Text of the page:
4 ways federal pay has changed in the last year

Although OPM has made various tweaks to the federal pay system — such as removing a cap on higher pay rates, and shifting the onus for approving pay bonuses ...

Throughout the last year, federal employees saw a number of tweaks to the federal pay system, thanks to several proposals from the Office of Personnel Management.

Most recently, federal employees who work temporarily above their pay grade will soon get paid at a higher rate for longer, according to a Dec. 27 proposed rule from OPM.

Generally, agencies can assign employees work that’s technically meant for more senior feds. And in those instances, employees working above their pay grade do get paid more. But currently, there’s a 120-day cap on how long feds can receive a higher pay rate — even if the work extends beyond that four-month period.

Under OPM’s new proposed rule, both bargaining unit and non-bargaining unit workers would be paid at a higher rate for the entire duration that they perform the work of a higher-graded position.

The proposed rule comes after the National Treasury Employees Union (NTEU) petitioned OPM and called on the agency to address what the union said was “significant unfairness” for employees performing more senior-level work. The National Federation of Federal Employees (NFFE) similarly called on OPM to address the issue in 2022.

More than 20 years ago, federal employees were often given full backpay when told to perform senior-level work, without a cap on how long they could receive the higher pay rate.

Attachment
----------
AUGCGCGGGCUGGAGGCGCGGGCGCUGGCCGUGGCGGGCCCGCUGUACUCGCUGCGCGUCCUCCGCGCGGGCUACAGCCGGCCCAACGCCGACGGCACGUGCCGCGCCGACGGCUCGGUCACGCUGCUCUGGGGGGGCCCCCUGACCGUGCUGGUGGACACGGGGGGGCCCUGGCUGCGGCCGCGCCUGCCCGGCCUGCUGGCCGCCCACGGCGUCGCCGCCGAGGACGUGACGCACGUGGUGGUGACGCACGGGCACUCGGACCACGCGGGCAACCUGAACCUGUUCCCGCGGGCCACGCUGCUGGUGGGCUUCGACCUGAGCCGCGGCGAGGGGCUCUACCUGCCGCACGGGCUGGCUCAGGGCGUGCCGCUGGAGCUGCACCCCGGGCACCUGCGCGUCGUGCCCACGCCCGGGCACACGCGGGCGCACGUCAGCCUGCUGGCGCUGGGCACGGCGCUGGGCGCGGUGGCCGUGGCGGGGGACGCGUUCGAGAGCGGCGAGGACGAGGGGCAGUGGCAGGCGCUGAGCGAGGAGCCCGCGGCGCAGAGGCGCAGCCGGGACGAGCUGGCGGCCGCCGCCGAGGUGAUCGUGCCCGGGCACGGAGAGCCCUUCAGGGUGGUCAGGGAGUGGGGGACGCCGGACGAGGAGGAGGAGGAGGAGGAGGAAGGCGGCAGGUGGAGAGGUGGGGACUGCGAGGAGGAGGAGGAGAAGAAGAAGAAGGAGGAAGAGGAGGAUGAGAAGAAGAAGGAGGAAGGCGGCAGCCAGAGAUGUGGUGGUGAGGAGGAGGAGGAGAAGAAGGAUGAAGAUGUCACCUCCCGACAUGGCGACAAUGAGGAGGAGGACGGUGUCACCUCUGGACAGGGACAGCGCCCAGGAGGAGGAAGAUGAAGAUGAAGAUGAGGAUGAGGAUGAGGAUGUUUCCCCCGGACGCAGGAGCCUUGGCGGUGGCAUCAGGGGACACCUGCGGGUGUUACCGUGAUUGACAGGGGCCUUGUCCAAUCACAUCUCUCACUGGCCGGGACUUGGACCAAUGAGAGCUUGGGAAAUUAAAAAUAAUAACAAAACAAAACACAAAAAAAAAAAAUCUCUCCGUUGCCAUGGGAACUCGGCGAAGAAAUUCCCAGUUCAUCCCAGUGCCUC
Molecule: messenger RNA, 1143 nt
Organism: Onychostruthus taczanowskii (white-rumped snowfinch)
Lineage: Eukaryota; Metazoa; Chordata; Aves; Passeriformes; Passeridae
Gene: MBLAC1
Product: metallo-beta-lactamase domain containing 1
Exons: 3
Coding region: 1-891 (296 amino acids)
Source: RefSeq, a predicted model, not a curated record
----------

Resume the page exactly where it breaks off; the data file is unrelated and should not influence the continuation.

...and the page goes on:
But a decision from the Federal Labor Relations Authority (FLRA) in 2004 — based on an advisory opinion from OPM at the time — added a 120-day cap for the higher pay rate.

The new proposed rule aims to correct what NTEU said is an error in the interpretation of the regulations.

“OPM believes the proposed modification is a reasonable solution to address those situations where an agency may assign higher-graded duties to an employee without using competitive procedures and where a collective bargaining agreement requires a temporary promotion,” OPM said in its proposed rule.

OPM is accepting public comments until Feb. 26 and will subsequently finalize the rule after reviewing any comments.

But beyond these new regulations, there are plenty of other pay tweaks OPM has made in recent months.

Shifting the onus for approving pay bonuses

In a proposed rule from November, OPM figured out a way to offload some transactional work, while also trying to help agencies speed up the federal recruitment process.

OPM’s proposal specifically focused on the procedures for offering recruitment and relocation pay incentives for federal employees.

Currently, agencies can offer annual pay bonuses equal to 25% of an employee’s base salary for up to four years — without the need to go through OPM. Agencies can also offer larger bonuses, but OPM has to approve the higher rate before an agency can pay it out.

Now, OPM is proposing to transfer the required sign-off for approving the higher pay bonuses instead to individual agencies. After getting a signed waiver, agencies can approve annual bonuses of up to 50% of an employee’s base salary for two years.

The proposed rule, in other words, would increase the size of bonuses that agencies can internally approve for their own employees.

The goal, in part, is to “reduce administrative burden on agencies and increase the efficiency of using recruitment and relocation incentives,” OPM said.

Banning the use of salary history in hiring

Earlier in 2023, OPM proposed another tweak to federal pay, this time to address potential pay inequities that can occur during the hiring process.